Natural Gas NOW
U.S. Senator Bill Cassidy has authored a thoroughly practical alternative to the Green New Deal, which is little more than a New Power Plan for politicians.
Senator Bill Cassidy of Louisiana authored the perfect response to the stupendously stupid Green New Deal. Wonder of wonders, he applies common sense rather than demagoguery to the issues it’s supposed to be about. It’s a beautiful thing; so beautiful our buddy Jim Willis calls it the “Blue Real Deal.” Here it is.
While some countries are struggling to lower greenhouse gas emissions (GHGe), the United States is succeeding in lowering GHGe by substituting coal with natural gas. Now, natural gas has replaced coal as the United States’ main source of energy. Carbon dioxide (CO2) emissions and GHGe in general have decreased dramatically. For the same amount of energy produced, natural gas has half the carbon emissions of coal, without the sulfur oxides (SOx), nitrogen oxides (NOx), and mercury. Natural gas has lower life-cycle emissions than coal, which are even lower when combined-cycle natural gas plants are employed.
Not only has natural gas already drastically decreased emissions in the United States by replacing some coal, it continues to decrease emissions by supporting the deployment of renewable energy. To combat the volatility of renewables, a fast-reacting energy source is required as backup. Natural gas power plants can quickly and safely ramp up and down relative to coal and nuclear power plants. According to the National Bureau of Economic Research, a 1 percent increase in the share of fast-reacting power source is associated with a 0.88 percent long term increase in renewable generation. Investment in natural gas is able and necessary to support increased use of renewables.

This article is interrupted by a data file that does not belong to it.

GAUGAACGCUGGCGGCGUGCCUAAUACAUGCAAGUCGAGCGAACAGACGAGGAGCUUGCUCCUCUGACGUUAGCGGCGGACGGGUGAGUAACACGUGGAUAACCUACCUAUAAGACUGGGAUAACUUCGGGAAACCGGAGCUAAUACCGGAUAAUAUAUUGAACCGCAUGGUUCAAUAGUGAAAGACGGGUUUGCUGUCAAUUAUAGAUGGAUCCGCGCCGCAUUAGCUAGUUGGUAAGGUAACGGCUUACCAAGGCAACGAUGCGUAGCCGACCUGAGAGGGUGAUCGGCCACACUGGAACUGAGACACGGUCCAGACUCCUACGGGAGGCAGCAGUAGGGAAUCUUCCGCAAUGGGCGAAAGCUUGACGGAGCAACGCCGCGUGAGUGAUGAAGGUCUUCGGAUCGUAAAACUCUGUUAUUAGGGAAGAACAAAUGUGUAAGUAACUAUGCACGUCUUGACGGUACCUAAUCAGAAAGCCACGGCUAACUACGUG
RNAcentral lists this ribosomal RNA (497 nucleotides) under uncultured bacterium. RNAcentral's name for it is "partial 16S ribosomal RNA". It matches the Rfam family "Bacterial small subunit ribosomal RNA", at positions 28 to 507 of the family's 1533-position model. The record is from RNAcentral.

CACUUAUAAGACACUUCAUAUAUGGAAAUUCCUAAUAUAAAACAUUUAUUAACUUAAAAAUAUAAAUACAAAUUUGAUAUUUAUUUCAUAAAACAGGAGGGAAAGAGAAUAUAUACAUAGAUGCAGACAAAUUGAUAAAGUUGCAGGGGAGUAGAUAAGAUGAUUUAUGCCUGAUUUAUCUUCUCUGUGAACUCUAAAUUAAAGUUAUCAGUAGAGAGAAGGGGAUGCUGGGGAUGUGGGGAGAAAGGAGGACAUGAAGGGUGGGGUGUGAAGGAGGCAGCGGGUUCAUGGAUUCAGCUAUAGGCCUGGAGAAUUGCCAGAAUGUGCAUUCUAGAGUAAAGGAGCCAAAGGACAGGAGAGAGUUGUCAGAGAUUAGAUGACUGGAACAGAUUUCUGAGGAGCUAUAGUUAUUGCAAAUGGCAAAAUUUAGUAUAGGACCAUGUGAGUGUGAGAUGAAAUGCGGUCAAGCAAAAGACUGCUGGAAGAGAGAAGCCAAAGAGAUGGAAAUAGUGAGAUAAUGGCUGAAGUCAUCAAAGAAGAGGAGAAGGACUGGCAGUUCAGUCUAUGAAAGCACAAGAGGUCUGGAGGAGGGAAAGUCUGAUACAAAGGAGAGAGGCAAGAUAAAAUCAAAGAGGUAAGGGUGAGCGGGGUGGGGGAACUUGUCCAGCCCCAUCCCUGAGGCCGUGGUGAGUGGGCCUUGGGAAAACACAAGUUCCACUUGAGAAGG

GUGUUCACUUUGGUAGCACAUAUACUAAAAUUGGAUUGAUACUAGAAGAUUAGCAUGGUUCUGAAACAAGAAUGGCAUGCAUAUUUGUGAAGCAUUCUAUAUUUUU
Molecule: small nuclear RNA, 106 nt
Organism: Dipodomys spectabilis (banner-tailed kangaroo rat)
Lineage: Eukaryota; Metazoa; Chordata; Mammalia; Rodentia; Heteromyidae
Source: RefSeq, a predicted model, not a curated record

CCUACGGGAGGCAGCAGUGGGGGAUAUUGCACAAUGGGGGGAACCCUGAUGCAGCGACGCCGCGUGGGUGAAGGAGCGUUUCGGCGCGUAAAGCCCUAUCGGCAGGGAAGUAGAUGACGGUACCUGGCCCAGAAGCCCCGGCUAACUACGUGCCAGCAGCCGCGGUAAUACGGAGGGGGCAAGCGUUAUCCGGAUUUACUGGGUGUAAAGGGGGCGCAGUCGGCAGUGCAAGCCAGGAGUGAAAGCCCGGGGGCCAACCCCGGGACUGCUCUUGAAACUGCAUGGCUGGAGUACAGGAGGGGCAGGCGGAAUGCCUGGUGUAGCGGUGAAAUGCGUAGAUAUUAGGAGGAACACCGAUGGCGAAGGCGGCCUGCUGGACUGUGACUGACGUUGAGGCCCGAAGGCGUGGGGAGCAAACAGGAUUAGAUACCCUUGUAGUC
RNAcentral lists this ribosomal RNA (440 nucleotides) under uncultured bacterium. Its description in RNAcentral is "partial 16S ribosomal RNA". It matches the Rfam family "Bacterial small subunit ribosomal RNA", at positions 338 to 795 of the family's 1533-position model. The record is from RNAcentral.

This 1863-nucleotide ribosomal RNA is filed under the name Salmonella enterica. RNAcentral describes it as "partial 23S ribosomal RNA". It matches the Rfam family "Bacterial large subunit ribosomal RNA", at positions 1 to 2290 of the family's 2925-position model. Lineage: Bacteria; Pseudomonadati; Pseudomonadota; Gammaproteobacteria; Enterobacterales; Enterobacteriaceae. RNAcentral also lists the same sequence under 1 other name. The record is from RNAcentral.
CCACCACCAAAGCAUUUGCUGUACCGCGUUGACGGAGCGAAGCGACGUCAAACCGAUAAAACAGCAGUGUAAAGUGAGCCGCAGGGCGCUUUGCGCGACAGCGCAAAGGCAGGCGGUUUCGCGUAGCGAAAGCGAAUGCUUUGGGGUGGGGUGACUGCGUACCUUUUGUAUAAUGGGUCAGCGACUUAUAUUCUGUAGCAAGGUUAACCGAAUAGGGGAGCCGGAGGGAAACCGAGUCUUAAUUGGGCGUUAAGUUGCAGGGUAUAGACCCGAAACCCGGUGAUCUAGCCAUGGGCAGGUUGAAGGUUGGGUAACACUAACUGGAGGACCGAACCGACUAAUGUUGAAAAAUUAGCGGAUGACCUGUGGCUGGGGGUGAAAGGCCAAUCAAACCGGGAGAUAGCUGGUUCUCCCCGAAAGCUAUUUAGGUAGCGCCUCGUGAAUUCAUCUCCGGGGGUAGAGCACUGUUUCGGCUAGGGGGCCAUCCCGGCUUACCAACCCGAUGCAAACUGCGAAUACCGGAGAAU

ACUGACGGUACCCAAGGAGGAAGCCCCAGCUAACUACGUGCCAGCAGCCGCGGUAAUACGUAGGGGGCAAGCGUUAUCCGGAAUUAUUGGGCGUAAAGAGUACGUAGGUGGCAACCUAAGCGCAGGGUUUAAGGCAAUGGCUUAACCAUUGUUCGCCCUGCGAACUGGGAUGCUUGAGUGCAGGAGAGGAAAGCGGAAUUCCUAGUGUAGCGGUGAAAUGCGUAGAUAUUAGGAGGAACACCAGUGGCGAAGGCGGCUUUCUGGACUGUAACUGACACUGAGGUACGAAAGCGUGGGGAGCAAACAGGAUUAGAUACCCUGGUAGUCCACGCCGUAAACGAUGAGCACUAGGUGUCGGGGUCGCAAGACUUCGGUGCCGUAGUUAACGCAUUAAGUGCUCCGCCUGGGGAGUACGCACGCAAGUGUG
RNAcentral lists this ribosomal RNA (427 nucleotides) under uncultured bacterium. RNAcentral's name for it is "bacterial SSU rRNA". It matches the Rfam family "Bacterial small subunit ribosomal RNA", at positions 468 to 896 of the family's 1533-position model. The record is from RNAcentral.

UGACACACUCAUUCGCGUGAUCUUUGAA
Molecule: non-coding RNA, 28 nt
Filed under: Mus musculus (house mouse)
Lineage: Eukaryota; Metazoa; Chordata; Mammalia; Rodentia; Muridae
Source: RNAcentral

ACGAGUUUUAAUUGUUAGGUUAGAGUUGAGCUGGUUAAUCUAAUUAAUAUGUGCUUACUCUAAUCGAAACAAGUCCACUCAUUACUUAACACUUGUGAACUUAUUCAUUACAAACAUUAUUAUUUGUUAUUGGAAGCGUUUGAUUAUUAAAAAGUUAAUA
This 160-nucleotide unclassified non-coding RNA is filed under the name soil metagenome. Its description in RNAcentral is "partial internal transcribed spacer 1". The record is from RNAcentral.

The United States has successfully decreased emissions by supplanting coal with natural gas. Natural gas has the added benefit of enabling integration of renewable energy. A successful strategy to decrease emissions while maintaining economic growth is using natural gas as an energy feedstock.
I. Natural Gas is the Cleanest Burning Fossil Fuel
The Paris Climate Accord aspires to limit greenhouse gas emissions and keep global temperatures within 2 degrees Celsius above pre-industrial levels. While many countries are having difficulties achieving their voluntary emission reduction goals through strategies such as cap-and-trade and renewable energy policies, the United States is achieving its goals by decreasing the use of coal and shifting to natural gas-powered electricity generation.